This blog post is based on Roger Riddell’s keynote address to the 2014 Australasian Aid and International Development Policy Workshop.
I have worked on aid and development issues for some 40 years, and have tried to engage as a “critical friend” of aid, perhaps–inevitably–drawing fire from both aid’s supporters and critics. In 2008, I wrote a book titled Does Foreign Aid Really Work? In my address [pdf], and the new paper on which it is based, I revisit the evidence and the question itself.
Some might say that the fact that we are still asking this most basic question shows how little we know about aid’s impact. Robust information certainly remains a problem. However, there are two other reasons why we continue to ask this question.
The first is that aid is constantly changing: it has been provided in different forms to address a succession of different problems. In the 1950s, it was physical infrastructure and technical skills; in the 1960s, it was the savings and investment gaps; in the 1970s, meeting basic needs; in the 1980s, the productive sector; in the 1990s, governance, human rights and human development; and today (not unlike the 1970s), assistance is targeted at the achievement of key Millennium Development Goals.
The second reason is that the question has been understood differently at different periods of time. Broadly speaking, there are three ways that the question has been interpreted:
- 30 years ago, when most people asked whether aid works, they principally wanted to know if different aid projects met their objectives–were the schools that aid funded actually constructed, the children immunised, the roads paved and the teachers trained?
- More recently, people have wanted answers to the broader question of whether aid makes a lasting difference to the incomes and well-being of poor people, and if it helps to lift them out of poverty.
- Today, a significant and growing number of people have begun to raise an even more challenging question: whether poor country economies are better off with the aid they receive than they would be without it.
In my paper, I answer the first two questions in the affirmative: surveying the vast range of evidence now available, it seems that on balance the vast majority of aid projects “work”, in the sense of achieving their immediate objectives; and, though the evidence is far less robust, that aid has probably made a positive contribution to poverty reduction and broader development.
That leaves the third question, on which I focus in particular due to its growing importance. A large and expanding literature now shows that aid-giving and the aid relationship–the interaction between donors and recipients–is characterised by a range of problems that when taken together seriously undermine the development impact of aid, and create a very significant gap between what aid currently achieves and what it could do if changes to the aid relationship were implemented.
I am particularly concerned that the priority given to short-term, tangible and measurable results has meant paying less attention to using aid to help address long-term development problems. It has meant channelling less aid to support more complex initiatives that take longer to achieve their intended results, and whose outcomes are uncertain and more difficult to predict; and it has resulted in less attention being paid to addressing the array of systemic problems of aid-giving, to which the Paris Declaration drew attention.
Evidence from a succession of recent studies–some commissioned by the donor community and others emanating from the aid-research community–suggests that aid focused on short-term and visible interventions is not merely resulting in less aid being used “transformationally”, but that it is adding to a recipient’s systemic problems and holding back long-term poverty reduction. For example, a recent World Bank study argues that when donors rely on their own systems to deliver aid, the effect is to undermine recipient-country systems. Research from the London-based Overseas Development Institute suggests that unless and until recipient countries have acquired development leadership, aid tends to have “fairly powerful perverse effects”. For example, there is widespread evidence of donors continuing to recruit public servants to implement their projects, which undermines national capacities, especially in contexts where they are particularly weak.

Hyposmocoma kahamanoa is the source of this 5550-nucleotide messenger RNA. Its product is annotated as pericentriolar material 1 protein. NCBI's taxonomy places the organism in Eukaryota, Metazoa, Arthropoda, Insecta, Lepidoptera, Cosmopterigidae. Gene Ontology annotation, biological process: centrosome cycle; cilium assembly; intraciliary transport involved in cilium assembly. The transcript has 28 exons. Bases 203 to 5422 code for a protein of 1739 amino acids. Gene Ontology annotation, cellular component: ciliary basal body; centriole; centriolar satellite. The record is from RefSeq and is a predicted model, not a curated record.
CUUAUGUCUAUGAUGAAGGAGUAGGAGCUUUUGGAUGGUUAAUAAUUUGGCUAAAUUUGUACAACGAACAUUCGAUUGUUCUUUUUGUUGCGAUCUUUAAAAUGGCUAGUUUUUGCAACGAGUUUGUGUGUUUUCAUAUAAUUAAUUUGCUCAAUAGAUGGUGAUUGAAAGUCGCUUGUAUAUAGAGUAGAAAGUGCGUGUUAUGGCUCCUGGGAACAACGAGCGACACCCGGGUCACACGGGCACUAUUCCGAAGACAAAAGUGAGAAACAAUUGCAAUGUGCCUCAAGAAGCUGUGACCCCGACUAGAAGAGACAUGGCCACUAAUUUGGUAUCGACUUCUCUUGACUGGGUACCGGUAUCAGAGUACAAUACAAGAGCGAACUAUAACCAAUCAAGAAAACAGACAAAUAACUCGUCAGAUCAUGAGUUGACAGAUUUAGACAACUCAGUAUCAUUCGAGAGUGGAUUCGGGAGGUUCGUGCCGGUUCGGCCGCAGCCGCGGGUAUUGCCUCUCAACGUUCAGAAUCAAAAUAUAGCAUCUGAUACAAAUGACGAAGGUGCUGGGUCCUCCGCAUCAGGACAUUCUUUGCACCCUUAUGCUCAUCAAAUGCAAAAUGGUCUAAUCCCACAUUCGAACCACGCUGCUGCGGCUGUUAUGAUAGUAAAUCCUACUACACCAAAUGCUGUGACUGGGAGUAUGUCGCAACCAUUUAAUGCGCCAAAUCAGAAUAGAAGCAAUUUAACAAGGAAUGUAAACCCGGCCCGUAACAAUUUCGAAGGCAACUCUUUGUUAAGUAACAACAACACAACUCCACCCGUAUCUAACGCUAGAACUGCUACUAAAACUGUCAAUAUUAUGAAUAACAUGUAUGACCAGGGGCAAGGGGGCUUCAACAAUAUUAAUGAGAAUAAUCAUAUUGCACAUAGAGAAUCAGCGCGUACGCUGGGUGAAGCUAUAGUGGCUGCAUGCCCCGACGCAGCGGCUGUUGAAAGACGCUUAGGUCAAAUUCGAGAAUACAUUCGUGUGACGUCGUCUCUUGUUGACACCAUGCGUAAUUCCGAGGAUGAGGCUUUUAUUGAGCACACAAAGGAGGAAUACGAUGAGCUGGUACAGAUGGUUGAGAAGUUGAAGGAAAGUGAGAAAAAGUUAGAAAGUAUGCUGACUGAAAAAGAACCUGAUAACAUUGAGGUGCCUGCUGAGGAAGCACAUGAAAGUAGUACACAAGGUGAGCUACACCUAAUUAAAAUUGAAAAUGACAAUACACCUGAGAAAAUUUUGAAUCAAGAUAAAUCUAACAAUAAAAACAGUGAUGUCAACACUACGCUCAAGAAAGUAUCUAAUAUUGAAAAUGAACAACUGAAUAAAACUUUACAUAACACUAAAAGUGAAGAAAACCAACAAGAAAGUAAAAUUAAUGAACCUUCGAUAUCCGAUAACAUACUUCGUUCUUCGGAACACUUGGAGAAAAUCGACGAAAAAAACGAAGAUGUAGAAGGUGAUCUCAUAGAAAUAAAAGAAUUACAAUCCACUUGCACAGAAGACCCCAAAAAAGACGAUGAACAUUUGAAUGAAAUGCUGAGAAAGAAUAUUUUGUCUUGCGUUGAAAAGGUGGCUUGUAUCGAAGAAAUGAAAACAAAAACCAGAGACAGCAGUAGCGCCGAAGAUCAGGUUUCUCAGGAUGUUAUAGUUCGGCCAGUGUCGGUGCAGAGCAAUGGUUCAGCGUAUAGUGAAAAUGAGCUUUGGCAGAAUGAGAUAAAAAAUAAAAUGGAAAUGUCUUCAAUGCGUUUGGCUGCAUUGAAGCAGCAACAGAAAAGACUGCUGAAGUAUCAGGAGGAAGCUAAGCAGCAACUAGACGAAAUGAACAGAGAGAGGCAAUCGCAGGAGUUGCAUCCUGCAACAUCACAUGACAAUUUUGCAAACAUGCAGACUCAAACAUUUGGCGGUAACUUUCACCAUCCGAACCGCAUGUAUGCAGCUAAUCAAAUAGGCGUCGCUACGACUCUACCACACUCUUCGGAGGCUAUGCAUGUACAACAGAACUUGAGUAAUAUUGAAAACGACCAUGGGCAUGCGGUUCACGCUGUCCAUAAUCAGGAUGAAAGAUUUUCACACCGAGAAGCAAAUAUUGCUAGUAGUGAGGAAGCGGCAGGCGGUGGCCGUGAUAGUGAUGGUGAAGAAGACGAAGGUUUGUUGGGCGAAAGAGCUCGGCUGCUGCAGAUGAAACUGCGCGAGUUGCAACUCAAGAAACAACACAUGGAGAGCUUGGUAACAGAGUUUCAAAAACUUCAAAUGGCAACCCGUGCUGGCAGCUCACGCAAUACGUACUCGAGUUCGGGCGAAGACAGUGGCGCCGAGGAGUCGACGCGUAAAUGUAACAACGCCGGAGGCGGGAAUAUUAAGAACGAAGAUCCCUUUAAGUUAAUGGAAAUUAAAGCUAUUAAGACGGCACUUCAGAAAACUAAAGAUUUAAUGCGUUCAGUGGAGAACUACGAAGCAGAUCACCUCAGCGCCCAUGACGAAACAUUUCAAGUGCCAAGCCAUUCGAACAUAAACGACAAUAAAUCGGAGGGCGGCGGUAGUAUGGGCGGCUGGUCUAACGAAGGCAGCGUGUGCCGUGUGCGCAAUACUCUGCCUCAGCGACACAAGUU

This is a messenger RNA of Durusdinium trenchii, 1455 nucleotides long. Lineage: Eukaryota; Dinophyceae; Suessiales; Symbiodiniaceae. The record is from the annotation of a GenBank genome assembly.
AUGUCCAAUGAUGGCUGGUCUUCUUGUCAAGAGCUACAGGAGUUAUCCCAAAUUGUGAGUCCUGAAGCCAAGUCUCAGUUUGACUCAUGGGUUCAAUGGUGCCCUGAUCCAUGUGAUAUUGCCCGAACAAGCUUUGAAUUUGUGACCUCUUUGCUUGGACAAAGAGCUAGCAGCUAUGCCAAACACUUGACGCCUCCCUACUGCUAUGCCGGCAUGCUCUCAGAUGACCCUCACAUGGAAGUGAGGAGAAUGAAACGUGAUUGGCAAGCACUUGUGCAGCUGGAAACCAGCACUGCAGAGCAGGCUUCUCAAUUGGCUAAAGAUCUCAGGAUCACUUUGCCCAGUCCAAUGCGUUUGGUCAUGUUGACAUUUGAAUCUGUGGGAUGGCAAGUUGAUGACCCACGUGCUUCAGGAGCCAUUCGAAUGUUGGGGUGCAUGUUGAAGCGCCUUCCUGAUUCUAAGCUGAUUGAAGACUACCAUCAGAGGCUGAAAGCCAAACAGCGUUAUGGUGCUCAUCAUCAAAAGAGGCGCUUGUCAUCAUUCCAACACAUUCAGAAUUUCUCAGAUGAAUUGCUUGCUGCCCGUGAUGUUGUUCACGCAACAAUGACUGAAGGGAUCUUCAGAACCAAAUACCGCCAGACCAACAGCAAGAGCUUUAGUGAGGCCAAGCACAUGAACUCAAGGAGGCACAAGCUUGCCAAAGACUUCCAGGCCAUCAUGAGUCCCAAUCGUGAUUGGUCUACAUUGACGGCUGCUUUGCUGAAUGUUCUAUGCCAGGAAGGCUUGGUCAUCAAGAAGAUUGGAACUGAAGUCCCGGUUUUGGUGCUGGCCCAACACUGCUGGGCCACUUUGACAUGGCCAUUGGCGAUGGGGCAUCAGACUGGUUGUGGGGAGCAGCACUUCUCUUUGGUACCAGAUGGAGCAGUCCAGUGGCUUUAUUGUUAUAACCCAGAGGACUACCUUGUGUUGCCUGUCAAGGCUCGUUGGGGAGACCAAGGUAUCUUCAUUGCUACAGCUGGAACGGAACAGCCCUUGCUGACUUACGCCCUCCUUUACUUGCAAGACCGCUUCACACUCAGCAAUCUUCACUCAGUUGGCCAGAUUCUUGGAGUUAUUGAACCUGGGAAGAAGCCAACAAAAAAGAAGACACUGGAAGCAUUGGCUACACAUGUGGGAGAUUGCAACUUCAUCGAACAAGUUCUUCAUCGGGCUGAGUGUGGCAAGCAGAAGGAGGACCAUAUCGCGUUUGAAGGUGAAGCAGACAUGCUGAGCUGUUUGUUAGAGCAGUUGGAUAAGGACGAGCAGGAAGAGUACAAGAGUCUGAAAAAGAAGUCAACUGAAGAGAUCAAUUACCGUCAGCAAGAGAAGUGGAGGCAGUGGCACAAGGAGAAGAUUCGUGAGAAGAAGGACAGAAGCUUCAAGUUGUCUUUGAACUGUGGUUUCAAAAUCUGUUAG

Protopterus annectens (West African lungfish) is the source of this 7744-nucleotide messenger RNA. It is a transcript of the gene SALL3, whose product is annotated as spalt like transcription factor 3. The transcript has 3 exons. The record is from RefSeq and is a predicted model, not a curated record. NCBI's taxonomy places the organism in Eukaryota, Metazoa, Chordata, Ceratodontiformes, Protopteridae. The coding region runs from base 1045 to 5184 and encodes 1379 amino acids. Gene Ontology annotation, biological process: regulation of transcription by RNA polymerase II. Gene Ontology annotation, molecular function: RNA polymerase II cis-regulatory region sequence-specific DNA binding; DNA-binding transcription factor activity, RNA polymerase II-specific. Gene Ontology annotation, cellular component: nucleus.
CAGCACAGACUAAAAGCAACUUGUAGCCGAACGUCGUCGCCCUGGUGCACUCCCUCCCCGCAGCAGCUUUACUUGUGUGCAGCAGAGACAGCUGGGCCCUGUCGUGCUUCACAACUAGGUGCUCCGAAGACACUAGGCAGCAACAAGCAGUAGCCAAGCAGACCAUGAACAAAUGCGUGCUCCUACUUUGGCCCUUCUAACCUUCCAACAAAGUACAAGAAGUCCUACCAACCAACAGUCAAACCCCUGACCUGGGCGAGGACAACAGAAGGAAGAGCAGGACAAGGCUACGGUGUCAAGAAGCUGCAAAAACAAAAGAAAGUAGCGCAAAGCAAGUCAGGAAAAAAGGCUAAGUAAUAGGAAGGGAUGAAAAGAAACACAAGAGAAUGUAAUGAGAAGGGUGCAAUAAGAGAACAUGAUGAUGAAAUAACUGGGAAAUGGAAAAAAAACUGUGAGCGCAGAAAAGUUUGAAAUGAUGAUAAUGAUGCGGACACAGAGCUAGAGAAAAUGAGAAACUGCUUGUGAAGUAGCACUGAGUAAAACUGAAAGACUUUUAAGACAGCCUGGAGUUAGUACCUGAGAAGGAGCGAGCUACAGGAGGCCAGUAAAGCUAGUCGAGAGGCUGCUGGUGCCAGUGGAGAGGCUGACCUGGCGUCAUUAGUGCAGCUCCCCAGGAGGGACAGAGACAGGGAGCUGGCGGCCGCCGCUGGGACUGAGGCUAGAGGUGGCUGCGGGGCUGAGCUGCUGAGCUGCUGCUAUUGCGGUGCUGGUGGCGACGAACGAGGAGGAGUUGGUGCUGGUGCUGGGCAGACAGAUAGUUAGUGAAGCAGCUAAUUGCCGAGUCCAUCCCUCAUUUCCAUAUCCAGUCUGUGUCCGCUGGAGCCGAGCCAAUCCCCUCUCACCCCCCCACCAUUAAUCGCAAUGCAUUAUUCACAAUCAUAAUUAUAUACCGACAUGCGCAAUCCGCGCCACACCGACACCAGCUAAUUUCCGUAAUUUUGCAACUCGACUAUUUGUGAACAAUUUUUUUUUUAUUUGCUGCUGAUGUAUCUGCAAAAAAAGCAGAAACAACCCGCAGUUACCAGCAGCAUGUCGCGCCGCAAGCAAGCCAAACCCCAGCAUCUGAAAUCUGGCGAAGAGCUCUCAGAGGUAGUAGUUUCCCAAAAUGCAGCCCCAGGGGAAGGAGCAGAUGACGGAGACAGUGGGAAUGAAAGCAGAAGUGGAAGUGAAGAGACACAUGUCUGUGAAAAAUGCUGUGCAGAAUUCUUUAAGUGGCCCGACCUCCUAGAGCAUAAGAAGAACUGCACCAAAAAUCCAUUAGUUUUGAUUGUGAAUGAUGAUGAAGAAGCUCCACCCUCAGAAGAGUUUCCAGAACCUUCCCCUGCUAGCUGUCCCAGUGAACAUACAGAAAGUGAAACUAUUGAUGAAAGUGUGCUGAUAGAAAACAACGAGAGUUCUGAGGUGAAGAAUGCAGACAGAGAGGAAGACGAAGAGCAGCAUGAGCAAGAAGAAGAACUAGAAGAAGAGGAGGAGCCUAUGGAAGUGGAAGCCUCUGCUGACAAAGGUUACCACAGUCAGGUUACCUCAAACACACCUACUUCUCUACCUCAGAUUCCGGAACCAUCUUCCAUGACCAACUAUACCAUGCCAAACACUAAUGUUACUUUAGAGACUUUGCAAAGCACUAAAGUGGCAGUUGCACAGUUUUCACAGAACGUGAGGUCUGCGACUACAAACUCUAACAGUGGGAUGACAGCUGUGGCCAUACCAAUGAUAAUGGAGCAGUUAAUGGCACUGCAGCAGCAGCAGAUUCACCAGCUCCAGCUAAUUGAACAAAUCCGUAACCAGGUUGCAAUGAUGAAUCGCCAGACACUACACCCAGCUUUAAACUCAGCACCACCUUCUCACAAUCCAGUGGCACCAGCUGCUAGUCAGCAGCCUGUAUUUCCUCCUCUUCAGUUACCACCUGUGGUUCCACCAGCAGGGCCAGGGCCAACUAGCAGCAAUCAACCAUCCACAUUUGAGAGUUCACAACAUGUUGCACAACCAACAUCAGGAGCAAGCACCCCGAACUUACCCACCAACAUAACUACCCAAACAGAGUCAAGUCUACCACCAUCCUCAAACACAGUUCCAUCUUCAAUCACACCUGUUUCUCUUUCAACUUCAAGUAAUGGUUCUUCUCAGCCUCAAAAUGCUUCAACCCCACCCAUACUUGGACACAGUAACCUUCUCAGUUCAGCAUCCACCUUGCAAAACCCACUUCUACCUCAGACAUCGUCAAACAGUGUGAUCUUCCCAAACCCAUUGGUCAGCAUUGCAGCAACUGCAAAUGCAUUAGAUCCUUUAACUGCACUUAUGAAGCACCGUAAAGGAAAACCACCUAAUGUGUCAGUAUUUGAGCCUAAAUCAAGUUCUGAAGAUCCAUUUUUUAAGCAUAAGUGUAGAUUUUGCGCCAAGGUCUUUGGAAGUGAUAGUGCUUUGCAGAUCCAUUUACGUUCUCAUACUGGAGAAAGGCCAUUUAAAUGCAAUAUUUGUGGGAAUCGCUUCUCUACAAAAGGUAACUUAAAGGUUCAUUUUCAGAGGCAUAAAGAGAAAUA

Based in part on the findings of such studies, aid’s traditional critics have been joined by some of aid’s traditional supporters to argue that the systemic problems caused directly and indirectly by aid and aid donors are so significant that they eclipse all the immediate and tangible benefits that aid undoubtedly brings, so that on balance aid doesn’t work. An example of this is Angus Deaton’s discussion of aid in his book, The Great Escape, published last year.
My own view is that the issues raised by these studies, and by what might be termed aid’s “new critics”, are extremely important. However, to draw the general conclusion that the harm done and the systemic problems that arise from or are caused by aid wipe-out the short-term good that aid usually produces is premature for three reasons.
First, the judgements made are not based on an overall and rigorous assessment. As with earlier debates on whether aid works, this new wave of criticism is based on partial and often poor data.
Second, too sharp a distinction between short-term focused and transformational aid is misleading because some “short-term” aid, such as expanding school places for girls, can potentially play an important role in long-term transformational change within recipient country societies.
Third, there is a growing awareness of aid’s short-comings and more knowledge about what to do to make it work better. Indeed, not only are proposals for working in new and different ways being put forward for donors to adopt, but a number of key donors are adopting approaches that are more in line with transformational aid. There is also evidence that significant national development successes are occurring because, notwithstanding the lurch towards the short-term, donors have by no means abandoned a long-term time horizon and are participating with governments in initiatives that blend service delivery and capacity support.
So does foreign aid really work? Not as well as it could, and not as well as it should. But against often far too high expectations of what it might achieve, much aid has had a positive impact.
I believe there is still an important role for aid to play. Donors need to learn and do far more to address some of the more systemic problems that aid risks creating or perpetuating, and which they have only recently begun to start more fully appreciating. They also need to encourage and give more space to developing country assessments of aid’s impact–as uncomfortable as this might sometimes be–to obtain a more complete view of aid’s benefits and limitations.
You can find Roger’s full address here [pdf], and the paper on which it is based here [pdf].